A History of Byzantine Music and Hymnography

By Egon Wellesz | Go to book overview
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FROM this exposition of the system of musical notation and theory the reader may have concluded that the transcription of the music into our modern staff notation is a complicated task. For the first generation of scholars the difficulties were indeed insuperable, as has been pointed out in the introductory chapter of this book; but now that the problem of the Signatures and of the rhythmical signs has been solved, the transcription of Byzantine melodies, written in Middle and Late Byzantine notation, is no more difficult than the transcription of Western Medieval music. Moreover, for the bulk of the melodies from the Hirmologion and the Sticherarion only a limited number of the signs discussed in the preceding chapter were needed. In practice, therefore, the transcription of a simple melody is, palaeographically, an easy task, provided that the neumatic version of the melody in the manuscripts is free from errors. If, however, there are mistakes, other manuscripts of the same period must be consulted, and in most cases the result of the comparison gives a satisfactory solution.

The following examples will show the method of transcription, first for a hymn from the Hirmologion and then for one from the Sticherarion. In order to give all the information which is necessary for the transcriber, we shall have to repeat a certain amount which has already been given in the preceding chapter, and, in order to make the explanation quite complete, the same amount of detail will be given for both examples.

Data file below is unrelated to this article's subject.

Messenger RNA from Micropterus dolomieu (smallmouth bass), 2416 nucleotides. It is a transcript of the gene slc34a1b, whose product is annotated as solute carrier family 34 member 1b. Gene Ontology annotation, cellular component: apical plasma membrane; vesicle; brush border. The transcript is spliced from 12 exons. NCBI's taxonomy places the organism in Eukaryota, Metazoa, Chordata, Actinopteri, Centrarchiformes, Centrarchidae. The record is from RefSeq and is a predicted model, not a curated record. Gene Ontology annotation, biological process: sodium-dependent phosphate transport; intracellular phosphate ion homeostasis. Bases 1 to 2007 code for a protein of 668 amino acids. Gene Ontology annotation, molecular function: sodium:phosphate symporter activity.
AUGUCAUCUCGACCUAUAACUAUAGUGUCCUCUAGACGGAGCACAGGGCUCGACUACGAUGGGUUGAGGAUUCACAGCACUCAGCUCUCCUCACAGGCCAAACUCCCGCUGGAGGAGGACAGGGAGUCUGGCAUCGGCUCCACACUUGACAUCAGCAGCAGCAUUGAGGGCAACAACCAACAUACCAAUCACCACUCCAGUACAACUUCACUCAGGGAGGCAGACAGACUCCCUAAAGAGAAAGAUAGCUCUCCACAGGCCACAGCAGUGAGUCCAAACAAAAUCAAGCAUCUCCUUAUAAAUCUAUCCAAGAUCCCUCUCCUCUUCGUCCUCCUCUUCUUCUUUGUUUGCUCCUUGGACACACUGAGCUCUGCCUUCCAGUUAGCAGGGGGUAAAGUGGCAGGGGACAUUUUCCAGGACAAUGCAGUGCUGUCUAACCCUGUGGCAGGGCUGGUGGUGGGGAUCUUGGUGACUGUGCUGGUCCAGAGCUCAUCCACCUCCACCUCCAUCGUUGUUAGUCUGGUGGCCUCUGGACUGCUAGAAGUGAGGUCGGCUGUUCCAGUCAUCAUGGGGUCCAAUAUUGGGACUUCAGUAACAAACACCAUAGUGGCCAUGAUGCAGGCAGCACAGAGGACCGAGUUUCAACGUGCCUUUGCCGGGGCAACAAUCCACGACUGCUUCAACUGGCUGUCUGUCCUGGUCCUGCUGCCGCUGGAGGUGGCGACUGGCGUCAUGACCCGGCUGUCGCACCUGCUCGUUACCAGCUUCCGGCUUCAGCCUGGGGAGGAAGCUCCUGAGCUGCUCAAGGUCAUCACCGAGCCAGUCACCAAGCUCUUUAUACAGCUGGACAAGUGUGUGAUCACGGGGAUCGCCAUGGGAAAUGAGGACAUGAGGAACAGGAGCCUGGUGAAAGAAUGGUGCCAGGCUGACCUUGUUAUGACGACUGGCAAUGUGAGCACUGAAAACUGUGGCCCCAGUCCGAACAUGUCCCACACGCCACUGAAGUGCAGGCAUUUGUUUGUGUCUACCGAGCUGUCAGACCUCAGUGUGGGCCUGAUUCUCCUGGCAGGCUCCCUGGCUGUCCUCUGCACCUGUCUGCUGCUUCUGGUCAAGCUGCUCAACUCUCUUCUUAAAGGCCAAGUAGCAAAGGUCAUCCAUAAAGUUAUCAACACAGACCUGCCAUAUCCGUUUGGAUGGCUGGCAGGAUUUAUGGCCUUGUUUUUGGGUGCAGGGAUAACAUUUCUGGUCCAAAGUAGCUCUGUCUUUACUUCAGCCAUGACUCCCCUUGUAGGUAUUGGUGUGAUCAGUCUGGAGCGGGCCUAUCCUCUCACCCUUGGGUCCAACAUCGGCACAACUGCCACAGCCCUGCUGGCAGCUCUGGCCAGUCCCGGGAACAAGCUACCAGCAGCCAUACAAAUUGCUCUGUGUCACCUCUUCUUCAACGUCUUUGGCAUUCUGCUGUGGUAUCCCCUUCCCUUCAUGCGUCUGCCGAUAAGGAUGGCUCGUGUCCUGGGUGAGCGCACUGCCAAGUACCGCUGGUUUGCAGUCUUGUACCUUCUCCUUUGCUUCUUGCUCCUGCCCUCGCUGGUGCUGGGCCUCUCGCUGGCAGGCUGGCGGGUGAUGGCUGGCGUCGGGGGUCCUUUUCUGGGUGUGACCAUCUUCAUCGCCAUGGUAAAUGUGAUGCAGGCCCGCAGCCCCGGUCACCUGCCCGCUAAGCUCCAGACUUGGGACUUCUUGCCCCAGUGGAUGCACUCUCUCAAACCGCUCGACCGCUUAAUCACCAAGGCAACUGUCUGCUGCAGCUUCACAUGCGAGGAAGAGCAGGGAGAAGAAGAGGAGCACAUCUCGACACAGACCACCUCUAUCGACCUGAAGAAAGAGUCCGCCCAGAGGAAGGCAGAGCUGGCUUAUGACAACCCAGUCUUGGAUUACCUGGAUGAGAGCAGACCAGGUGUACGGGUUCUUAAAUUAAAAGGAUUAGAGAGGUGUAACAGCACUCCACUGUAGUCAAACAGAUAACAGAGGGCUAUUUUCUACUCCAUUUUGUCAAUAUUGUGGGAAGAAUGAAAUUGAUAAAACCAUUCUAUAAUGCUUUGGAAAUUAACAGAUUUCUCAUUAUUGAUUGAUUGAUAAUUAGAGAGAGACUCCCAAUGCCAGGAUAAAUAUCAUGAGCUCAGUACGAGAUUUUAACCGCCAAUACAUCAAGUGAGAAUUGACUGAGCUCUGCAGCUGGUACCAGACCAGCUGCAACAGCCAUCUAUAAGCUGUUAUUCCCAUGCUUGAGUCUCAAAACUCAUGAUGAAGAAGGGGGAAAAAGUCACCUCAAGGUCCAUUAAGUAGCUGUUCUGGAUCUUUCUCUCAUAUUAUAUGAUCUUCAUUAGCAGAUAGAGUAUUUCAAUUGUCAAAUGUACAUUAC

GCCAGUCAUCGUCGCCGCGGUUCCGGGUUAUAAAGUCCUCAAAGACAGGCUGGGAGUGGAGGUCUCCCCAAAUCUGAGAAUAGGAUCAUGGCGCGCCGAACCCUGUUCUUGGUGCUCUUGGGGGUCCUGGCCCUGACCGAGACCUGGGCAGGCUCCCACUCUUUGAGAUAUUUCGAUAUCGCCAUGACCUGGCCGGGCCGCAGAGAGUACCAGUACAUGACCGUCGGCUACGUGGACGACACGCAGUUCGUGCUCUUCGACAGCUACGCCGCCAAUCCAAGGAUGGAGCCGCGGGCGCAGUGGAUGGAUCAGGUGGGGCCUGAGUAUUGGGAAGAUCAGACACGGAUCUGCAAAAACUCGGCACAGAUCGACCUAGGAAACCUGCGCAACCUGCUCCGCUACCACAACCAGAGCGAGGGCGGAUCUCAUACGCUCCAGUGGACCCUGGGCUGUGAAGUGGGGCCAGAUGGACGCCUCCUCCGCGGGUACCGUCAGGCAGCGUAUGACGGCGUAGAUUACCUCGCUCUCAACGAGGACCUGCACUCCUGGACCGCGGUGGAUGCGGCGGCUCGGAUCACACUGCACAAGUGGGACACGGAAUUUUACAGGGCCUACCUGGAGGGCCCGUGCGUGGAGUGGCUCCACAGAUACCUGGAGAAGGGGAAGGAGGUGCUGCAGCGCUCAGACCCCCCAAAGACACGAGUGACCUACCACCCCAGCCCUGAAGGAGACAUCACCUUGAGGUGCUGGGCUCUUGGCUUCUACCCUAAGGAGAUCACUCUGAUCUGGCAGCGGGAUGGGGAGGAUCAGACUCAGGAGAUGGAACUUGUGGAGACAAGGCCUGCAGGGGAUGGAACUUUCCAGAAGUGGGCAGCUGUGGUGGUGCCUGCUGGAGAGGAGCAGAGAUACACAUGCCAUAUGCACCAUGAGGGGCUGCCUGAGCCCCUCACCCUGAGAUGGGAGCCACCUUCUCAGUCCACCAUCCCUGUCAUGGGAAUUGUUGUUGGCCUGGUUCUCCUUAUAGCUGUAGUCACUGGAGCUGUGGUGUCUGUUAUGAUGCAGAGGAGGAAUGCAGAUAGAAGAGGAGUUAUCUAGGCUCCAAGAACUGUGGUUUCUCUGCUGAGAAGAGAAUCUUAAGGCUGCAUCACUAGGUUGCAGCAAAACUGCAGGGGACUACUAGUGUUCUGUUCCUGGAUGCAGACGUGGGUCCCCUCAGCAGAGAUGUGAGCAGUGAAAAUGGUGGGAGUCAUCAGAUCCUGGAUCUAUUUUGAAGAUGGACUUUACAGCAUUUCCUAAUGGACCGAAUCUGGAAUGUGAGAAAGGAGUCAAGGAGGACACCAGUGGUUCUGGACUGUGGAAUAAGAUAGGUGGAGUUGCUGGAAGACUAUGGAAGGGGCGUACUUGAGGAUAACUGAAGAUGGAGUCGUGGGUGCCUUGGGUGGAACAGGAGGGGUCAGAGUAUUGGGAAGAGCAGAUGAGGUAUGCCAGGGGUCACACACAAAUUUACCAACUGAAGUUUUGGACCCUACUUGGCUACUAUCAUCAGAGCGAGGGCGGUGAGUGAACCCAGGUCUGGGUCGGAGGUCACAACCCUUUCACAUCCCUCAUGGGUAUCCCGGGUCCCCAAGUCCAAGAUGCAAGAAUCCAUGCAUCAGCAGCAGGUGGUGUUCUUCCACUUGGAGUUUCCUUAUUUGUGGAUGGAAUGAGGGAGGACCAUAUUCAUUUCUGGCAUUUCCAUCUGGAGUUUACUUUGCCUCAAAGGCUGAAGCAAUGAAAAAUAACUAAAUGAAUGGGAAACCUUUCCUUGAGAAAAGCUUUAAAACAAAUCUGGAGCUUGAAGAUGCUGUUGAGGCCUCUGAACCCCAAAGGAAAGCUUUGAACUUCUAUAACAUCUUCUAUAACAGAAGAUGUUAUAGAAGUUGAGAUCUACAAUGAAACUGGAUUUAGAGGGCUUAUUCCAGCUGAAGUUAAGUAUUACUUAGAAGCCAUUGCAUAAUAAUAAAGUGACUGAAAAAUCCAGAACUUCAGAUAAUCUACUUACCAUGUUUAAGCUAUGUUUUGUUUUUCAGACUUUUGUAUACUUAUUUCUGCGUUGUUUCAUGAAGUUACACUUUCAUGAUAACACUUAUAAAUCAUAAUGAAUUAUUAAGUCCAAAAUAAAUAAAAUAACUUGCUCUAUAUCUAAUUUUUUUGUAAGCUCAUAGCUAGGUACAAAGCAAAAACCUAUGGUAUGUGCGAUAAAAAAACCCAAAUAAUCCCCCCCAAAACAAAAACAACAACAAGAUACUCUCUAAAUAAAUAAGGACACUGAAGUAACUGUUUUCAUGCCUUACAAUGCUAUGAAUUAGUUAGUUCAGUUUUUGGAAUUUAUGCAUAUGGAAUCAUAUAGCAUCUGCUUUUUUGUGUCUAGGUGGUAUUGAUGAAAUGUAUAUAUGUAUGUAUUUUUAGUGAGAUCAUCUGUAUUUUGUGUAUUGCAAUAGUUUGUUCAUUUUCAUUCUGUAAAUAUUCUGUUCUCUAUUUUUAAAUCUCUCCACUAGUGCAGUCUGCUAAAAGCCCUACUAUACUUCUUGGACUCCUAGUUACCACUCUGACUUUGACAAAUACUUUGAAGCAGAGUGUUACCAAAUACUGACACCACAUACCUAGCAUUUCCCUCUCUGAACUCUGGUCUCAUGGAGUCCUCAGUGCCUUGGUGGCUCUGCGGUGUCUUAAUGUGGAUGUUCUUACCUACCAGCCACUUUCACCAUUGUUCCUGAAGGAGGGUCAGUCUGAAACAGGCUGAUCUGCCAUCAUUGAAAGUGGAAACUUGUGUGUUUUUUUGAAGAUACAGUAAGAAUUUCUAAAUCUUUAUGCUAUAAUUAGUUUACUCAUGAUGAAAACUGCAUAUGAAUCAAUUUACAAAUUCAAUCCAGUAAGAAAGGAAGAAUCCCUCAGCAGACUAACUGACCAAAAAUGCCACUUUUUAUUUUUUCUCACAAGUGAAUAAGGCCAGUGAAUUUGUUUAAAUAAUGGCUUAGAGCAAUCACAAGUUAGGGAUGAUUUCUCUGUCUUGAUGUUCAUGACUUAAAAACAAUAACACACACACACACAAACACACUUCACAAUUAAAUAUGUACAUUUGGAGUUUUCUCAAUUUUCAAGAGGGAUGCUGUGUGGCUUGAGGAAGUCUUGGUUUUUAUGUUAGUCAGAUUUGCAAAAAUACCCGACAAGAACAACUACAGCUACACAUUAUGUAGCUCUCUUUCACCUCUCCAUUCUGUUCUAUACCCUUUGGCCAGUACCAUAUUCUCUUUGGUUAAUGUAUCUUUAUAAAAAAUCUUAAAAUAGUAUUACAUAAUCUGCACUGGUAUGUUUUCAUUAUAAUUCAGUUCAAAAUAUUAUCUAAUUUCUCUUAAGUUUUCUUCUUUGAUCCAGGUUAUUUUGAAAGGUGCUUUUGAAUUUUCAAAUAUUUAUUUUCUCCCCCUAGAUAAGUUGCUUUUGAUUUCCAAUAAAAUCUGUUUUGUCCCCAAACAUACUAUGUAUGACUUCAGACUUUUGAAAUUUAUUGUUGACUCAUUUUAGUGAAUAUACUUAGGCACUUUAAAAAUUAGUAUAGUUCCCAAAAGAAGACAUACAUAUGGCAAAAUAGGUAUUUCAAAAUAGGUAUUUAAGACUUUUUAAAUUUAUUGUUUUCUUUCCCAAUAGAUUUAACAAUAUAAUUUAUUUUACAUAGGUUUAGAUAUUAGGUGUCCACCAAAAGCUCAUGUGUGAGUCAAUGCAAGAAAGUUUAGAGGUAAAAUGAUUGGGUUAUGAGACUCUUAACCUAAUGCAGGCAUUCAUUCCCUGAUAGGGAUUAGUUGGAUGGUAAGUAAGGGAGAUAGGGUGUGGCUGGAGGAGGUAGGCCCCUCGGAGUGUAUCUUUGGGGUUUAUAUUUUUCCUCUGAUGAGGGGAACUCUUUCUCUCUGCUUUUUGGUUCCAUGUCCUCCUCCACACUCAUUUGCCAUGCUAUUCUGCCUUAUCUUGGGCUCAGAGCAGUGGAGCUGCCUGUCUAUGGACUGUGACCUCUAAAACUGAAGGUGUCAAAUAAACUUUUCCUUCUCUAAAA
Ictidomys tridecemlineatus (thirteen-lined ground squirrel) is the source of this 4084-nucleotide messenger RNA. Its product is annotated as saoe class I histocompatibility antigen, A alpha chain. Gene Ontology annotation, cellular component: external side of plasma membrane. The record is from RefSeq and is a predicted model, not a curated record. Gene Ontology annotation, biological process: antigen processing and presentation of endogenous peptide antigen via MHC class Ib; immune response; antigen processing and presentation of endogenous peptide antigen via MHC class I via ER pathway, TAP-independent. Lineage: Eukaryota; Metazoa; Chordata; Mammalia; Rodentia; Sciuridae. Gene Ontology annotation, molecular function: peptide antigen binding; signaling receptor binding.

The Χαι + ̑ρε, ἁγία Θεοτοκε, 'Hail, holy Mother of God', is the Hirmus of the ninth Ode of the Resurrection Kanon ’′Ασωμεν τῳ + ̑ Κυρίῳ, ascribed to Kosmas 'the monk', which is sung at Christmas. The neumatic version is taken from Codex Iviron, fol. 10r.. The codex is written in the 'mixed minuscule script'. The notation represents the earliest phase of Middle Byzantine notation. In shape the neumes are closely related to those of Early Byzantine notation: it seems, in fact, that the last stage of Early Byzantine


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